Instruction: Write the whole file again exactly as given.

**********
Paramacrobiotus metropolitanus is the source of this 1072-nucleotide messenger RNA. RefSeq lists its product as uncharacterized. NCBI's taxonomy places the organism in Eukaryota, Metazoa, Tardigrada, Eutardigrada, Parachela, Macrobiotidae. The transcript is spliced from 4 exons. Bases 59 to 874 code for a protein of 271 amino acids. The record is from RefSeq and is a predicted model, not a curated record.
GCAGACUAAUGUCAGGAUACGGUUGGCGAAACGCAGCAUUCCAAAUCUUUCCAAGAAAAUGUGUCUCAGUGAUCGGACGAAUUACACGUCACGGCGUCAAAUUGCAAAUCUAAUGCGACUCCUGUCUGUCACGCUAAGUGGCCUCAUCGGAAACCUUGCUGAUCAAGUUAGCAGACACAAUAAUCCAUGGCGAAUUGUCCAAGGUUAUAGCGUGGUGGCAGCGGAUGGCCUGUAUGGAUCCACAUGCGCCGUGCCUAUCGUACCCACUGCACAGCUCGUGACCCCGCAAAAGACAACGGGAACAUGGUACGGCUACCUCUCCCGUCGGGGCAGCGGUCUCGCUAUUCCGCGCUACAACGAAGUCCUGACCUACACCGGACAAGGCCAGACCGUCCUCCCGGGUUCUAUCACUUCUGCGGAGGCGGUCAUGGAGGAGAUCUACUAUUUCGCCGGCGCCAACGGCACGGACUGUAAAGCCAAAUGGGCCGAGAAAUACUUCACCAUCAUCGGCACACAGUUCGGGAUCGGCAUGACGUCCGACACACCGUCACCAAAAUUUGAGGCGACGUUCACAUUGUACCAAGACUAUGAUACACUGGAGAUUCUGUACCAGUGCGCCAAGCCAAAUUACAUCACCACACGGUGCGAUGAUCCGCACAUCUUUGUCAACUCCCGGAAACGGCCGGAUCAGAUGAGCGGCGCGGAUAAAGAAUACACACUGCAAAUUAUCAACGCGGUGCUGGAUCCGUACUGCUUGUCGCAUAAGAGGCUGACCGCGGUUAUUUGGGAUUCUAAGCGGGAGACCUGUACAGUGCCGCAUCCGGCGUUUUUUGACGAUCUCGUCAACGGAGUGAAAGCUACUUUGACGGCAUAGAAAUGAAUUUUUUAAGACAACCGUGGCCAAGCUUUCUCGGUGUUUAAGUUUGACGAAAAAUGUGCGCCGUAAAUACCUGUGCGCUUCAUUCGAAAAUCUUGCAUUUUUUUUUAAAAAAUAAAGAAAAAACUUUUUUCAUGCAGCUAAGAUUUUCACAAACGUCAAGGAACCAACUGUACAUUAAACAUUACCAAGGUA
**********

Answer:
Paramacrobiotus metropolitanus is the source of this 1072-nucleotide messenger RNA. RefSeq lists its product as uncharacterized. NCBI's taxonomy places the organism in Eukaryota, Metazoa, Tardigrada, Eutardigrada, Parachela, Macrobiotidae. The transcript is spliced from 4 exons. Bases 59 to 874 code for a protein of 271 amino acids. The record is from RefSeq and is a predicted model, not a curated record.
GCAGACUAAUGUCAGGAUACGGUUGGCGAAACGCAGCAUUCCAAAUCUUUCCAAGAAAAUGUGUCUCAGUGAUCGGACGAAUUACACGUCACGGCGUCAAAUUGCAAAUCUAAUGCGACUCCUGUCUGUCACGCUAAGUGGCCUCAUCGGAAACCUUGCUGAUCAAGUUAGCAGACACAAUAAUCCAUGGCGAAUUGUCCAAGGUUAUAGCGUGGUGGCAGCGGAUGGCCUGUAUGGAUCCACAUGCGCCGUGCCUAUCGUACCCACUGCACAGCUCGUGACCCCGCAAAAGACAACGGGAACAUGGUACGGCUACCUCUCCCGUCGGGGCAGCGGUCUCGCUAUUCCGCGCUACAACGAAGUCCUGACCUACACCGGACAAGGCCAGACCGUCCUCCCGGGUUCUAUCACUUCUGCGGAGGCGGUCAUGGAGGAGAUCUACUAUUUCGCCGGCGCCAACGGCACGGACUGUAAAGCCAAAUGGGCCGAGAAAUACUUCACCAUCAUCGGCACACAGUUCGGGAUCGGCAUGACGUCCGACACACCGUCACCAAAAUUUGAGGCGACGUUCACAUUGUACCAAGACUAUGAUACACUGGAGAUUCUGUACCAGUGCGCCAAGCCAAAUUACAUCACCACACGGUGCGAUGAUCCGCACAUCUUUGUCAACUCCCGGAAACGGCCGGAUCAGAUGAGCGGCGCGGAUAAAGAAUACACACUGCAAAUUAUCAACGCGGUGCUGGAUCCGUACUGCUUGUCGCAUAAGAGGCUGACCGCGGUUAUUUGGGAUUCUAAGCGGGAGACCUGUACAGUGCCGCAUCCGGCGUUUUUUGACGAUCUCGUCAACGGAGUGAAAGCUACUUUGACGGCAUAGAAAUGAAUUUUUUAAGACAACCGUGGCCAAGCUUUCUCGGUGUUUAAGUUUGACGAAAAAUGUGCGCCGUAAAUACCUGUGCGCUUCAUUCGAAAAUCUUGCAUUUUUUUUUAAAAAAUAAAGAAAAAACUUUUUUCAUGCAGCUAAGAUUUUCACAAACGUCAAGGAACCAACUGUACAUUAAACAUUACCAAGGUA